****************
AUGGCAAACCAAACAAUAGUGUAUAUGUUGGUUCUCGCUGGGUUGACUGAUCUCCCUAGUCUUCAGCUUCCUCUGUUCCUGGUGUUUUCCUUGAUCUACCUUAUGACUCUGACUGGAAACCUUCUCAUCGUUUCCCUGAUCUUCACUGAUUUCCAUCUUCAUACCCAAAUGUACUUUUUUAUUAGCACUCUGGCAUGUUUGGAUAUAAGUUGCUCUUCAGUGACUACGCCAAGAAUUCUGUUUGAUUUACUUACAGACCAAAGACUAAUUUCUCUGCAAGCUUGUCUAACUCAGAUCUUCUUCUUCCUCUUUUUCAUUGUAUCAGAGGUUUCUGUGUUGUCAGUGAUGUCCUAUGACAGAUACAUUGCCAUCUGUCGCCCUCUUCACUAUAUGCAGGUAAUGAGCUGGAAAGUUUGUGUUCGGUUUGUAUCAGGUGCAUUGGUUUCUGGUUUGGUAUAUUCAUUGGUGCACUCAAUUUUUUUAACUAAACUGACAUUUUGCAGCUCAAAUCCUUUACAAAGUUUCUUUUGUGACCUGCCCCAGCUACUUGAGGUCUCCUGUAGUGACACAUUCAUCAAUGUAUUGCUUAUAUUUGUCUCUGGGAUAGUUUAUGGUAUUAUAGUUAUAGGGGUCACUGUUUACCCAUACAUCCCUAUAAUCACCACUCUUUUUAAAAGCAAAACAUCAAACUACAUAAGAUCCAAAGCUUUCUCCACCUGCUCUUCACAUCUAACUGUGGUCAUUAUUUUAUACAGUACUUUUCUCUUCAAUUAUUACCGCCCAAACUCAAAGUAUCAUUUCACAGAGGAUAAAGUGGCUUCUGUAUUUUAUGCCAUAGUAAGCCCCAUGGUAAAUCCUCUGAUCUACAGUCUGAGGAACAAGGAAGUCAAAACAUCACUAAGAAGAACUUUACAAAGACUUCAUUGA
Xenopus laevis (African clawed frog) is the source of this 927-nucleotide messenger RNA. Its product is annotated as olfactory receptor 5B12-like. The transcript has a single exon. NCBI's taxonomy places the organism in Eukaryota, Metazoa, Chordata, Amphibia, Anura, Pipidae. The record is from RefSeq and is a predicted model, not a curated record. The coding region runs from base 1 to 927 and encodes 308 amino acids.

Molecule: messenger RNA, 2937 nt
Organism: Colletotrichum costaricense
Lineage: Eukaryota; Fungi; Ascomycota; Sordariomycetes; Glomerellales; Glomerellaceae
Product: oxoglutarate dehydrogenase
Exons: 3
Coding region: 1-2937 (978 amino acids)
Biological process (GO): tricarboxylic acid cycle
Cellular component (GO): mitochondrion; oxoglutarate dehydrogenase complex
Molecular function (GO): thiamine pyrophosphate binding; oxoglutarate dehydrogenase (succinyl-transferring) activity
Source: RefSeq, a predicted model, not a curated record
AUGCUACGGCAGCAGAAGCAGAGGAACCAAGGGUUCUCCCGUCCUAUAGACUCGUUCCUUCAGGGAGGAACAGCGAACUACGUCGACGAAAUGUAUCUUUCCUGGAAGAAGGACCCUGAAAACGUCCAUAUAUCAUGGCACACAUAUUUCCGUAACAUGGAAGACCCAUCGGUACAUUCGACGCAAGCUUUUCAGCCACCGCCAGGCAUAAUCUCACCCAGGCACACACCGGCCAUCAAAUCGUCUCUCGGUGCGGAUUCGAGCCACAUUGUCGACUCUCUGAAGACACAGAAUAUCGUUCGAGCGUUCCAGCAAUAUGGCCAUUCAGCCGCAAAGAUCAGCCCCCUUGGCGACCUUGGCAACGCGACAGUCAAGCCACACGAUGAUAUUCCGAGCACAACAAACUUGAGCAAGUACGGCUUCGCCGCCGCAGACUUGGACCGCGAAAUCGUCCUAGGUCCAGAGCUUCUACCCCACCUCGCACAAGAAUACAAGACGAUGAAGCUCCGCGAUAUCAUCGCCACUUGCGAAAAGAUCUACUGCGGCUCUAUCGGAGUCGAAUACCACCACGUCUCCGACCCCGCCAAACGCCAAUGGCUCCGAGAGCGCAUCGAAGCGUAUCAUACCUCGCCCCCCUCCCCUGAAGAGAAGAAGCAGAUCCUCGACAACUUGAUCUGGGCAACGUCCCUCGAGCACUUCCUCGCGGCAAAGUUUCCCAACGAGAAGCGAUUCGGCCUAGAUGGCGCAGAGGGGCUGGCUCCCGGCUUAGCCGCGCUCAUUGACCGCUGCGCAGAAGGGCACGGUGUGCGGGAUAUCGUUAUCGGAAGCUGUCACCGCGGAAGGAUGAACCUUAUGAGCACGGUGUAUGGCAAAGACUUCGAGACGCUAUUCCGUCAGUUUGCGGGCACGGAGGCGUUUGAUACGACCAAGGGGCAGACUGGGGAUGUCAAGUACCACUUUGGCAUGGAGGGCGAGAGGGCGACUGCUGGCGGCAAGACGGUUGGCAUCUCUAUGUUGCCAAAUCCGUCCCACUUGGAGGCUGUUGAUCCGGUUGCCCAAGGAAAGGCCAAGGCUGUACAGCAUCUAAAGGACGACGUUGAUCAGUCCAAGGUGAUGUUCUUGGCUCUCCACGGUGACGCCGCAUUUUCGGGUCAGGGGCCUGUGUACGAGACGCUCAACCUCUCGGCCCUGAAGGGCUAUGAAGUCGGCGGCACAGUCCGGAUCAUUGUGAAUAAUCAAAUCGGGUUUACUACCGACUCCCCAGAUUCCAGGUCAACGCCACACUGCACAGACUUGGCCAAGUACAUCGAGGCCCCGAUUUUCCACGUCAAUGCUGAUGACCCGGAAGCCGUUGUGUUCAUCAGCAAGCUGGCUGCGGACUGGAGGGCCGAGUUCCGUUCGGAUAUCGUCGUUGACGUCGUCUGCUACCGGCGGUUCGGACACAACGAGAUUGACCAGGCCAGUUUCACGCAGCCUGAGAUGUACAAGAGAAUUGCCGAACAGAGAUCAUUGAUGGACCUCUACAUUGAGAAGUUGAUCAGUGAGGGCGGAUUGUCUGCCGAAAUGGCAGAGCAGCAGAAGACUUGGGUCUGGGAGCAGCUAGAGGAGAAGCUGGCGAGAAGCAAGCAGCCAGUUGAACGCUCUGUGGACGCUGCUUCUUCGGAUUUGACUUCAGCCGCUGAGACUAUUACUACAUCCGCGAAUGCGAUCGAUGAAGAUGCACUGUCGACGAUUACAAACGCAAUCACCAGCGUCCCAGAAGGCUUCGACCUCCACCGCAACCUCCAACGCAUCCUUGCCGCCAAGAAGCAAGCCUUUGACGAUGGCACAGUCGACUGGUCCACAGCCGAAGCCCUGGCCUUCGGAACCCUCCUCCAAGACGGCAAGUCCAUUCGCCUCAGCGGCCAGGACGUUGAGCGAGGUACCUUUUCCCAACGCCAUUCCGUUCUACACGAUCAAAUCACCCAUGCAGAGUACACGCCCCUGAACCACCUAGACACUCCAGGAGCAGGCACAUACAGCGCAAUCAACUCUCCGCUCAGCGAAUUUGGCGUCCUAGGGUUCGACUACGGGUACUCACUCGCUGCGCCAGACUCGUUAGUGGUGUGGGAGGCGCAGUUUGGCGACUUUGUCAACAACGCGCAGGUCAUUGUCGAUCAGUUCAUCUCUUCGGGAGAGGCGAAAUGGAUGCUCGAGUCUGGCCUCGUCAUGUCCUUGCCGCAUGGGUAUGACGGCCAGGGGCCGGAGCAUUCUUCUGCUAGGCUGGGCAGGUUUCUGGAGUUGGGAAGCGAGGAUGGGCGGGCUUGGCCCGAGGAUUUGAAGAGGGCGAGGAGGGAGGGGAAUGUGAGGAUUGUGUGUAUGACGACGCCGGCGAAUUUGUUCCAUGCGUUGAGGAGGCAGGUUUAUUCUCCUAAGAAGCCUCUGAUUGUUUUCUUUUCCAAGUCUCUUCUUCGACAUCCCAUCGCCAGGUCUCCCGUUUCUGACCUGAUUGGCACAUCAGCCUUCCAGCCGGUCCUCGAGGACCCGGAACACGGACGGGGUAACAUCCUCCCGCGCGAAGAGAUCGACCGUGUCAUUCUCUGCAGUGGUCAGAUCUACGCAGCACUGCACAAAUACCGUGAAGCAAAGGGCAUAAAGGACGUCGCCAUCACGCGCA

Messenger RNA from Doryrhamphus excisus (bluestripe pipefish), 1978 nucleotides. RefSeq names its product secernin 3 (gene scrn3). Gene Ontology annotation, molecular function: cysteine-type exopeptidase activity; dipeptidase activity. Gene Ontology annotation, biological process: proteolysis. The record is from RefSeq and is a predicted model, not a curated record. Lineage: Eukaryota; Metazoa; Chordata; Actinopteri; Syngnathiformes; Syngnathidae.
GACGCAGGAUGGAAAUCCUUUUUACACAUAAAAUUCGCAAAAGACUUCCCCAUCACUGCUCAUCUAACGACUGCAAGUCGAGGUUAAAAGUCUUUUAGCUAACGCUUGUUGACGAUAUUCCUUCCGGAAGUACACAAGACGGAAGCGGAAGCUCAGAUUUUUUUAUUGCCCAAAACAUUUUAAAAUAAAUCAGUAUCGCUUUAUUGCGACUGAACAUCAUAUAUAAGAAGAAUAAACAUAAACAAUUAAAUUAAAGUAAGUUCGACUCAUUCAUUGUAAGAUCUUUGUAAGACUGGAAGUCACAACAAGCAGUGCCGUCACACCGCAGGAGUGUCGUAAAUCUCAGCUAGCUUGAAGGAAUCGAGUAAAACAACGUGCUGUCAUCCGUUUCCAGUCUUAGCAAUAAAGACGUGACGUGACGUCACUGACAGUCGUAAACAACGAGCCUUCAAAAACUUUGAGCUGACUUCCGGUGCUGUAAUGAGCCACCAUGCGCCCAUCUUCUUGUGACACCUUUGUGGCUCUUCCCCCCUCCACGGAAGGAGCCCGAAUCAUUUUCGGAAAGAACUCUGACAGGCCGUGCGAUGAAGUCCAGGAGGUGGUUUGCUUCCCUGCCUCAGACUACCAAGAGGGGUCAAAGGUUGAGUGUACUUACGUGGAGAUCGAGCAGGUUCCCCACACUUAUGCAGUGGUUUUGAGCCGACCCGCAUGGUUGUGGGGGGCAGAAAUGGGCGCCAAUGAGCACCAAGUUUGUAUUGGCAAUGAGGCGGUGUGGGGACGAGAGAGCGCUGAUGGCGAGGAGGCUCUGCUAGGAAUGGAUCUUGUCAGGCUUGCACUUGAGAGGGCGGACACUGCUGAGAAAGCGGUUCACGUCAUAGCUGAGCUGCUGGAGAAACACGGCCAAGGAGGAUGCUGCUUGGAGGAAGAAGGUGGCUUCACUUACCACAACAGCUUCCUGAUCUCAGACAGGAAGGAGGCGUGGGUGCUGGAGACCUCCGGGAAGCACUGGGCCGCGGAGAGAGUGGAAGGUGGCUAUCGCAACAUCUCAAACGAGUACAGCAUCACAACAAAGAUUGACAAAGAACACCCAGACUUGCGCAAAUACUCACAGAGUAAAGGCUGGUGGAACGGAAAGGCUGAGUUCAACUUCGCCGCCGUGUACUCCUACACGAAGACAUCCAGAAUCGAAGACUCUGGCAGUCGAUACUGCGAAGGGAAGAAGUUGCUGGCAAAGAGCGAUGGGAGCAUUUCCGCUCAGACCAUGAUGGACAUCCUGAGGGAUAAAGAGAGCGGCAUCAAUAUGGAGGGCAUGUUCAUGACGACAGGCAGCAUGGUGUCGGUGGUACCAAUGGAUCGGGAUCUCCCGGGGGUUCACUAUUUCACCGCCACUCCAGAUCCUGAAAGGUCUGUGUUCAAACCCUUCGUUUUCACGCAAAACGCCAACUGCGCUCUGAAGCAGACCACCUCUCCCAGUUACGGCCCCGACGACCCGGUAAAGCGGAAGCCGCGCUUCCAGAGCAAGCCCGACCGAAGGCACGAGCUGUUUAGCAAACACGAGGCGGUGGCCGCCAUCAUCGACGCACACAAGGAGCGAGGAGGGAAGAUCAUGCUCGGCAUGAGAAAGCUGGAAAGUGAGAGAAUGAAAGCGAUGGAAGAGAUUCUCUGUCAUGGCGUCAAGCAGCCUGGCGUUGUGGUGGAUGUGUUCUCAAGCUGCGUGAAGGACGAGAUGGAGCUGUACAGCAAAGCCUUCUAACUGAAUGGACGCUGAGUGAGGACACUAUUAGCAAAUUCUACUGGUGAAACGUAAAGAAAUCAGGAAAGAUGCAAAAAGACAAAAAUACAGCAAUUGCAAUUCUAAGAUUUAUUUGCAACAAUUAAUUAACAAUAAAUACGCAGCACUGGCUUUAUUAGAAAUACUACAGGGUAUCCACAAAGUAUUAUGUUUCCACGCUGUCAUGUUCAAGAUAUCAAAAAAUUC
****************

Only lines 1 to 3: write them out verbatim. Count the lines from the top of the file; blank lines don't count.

AUGGCAAACCAAACAAUAGUGUAUAUGUUGGUUCUCGCUGGGUUGACUGAUCUCCCUAGUCUUCAGCUUCCUCUGUUCCUGGUGUUUUCCUUGAUCUACCUUAUGACUCUGACUGGAAACCUUCUCAUCGUUUCCCUGAUCUUCACUGAUUUCCAUCUUCAUACCCAAAUGUACUUUUUUAUUAGCACUCUGGCAUGUUUGGAUAUAAGUUGCUCUUCAGUGACUACGCCAAGAAUUCUGUUUGAUUUACUUACAGACCAAAGACUAAUUUCUCUGCAAGCUUGUCUAACUCAGAUCUUCUUCUUCCUCUUUUUCAUUGUAUCAGAGGUUUCUGUGUUGUCAGUGAUGUCCUAUGACAGAUACAUUGCCAUCUGUCGCCCUCUUCACUAUAUGCAGGUAAUGAGCUGGAAAGUUUGUGUUCGGUUUGUAUCAGGUGCAUUGGUUUCUGGUUUGGUAUAUUCAUUGGUGCACUCAAUUUUUUUAACUAAACUGACAUUUUGCAGCUCAAAUCCUUUACAAAGUUUCUUUUGUGACCUGCCCCAGCUACUUGAGGUCUCCUGUAGUGACACAUUCAUCAAUGUAUUGCUUAUAUUUGUCUCUGGGAUAGUUUAUGGUAUUAUAGUUAUAGGGGUCACUGUUUACCCAUACAUCCCUAUAAUCACCACUCUUUUUAAAAGCAAAACAUCAAACUACAUAAGAUCCAAAGCUUUCUCCACCUGCUCUUCACAUCUAACUGUGGUCAUUAUUUUAUACAGUACUUUUCUCUUCAAUUAUUACCGCCCAAACUCAAAGUAUCAUUUCACAGAGGAUAAAGUGGCUUCUGUAUUUUAUGCCAUAGUAAGCCCCAUGGUAAAUCCUCUGAUCUACAGUCUGAGGAACAAGGAAGUCAAAACAUCACUAAGAAGAACUUUACAAAGACUUCAUUGA
Xenopus laevis (African clawed frog) is the source of this 927-nucleotide messenger RNA. Its product is annotated as olfactory receptor 5B12-like. The transcript has a single exon. NCBI's taxonomy places the organism in Eukaryota, Metazoa, Chordata, Amphibia, Anura, Pipidae. The record is from RefSeq and is a predicted model, not a curated record. The coding region runs from base 1 to 927 and encodes 308 amino acids.

Molecule: messenger RNA, 2937 nt